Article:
Early cancers of the true vocal cord are usually treated with definitive radiation therapy. This means that radiation is directed to the larynx itself, since there is no need to treat the surrounding lymph nodes. The cure rates are very high, and the functional and voice outcomes are good or excellent for most patients. Surgery may also be selected for certain patients with true glottic cancer. For some patients, laser vaporization, or directed surgical excision, may be appropriate. In general, radiation therapy provides a better functional and voice outcome, which is the reason it is usually selected.

Early cancers of the subglottic cancer are uncommon. However, they are usually treated with radiation therapy. As mentioned above, selected patients may be offered surgical options.

More advanced lesions of the supraglottic larynx present more complex management issues. If the patient is a candidate for a surgical procedure that does not require total laryngectomy, then primary surgery may be an option. The majority of patients are now treated on combined modality programs, usually referred to as Larynx Preservation Programs. These programs usually involve a combination of chemotherapy and radiation therapy delivered together. Surgery is generally reserved for recurrence, if the radiotherapy/chemotherapy does not work. It is absolutely essential that patients are evaluated by a multidisciplinary team, including otolaryngologists, radiation oncologists and medical oncologists. This ensures that the patient receives all of his/her treatment options, and that a proper strategy can be executed. At Continuum Cancer Centers of New York, we are committed to using state-of-the-art treatments for cancer, which includes a multidisciplinary, multi-institutional approach.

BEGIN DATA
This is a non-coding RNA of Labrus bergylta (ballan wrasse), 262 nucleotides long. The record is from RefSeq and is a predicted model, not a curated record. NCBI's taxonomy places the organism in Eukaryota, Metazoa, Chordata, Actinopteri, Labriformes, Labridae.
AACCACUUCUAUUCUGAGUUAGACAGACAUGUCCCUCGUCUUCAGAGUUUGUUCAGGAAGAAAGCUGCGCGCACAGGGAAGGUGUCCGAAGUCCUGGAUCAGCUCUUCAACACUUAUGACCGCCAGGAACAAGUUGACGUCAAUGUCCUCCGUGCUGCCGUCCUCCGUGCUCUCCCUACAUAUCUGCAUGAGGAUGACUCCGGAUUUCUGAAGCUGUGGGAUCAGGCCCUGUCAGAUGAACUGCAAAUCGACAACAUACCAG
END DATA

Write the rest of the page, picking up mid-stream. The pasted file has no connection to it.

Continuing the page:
Advanced cancers of the glottic larynx have many of the same issues as advanced cancers of the supraglottic larynx. The goal is to perform surgery without a total laryngectomy (total removal of the voice box). Today, most patients are managed on a larynx preservation program. A larynx preservation program involves the use of combined chemotherapy and radiation therapy. Often, surgery to the neck is added after the chemotherapy/radiotherapy. It is absolutely essential for the patient to undergo a multidisciplinary evaluation, which includes the head and neck surgeon, radiation oncologist and medical oncologist, so that an appropriate decision about management can be made.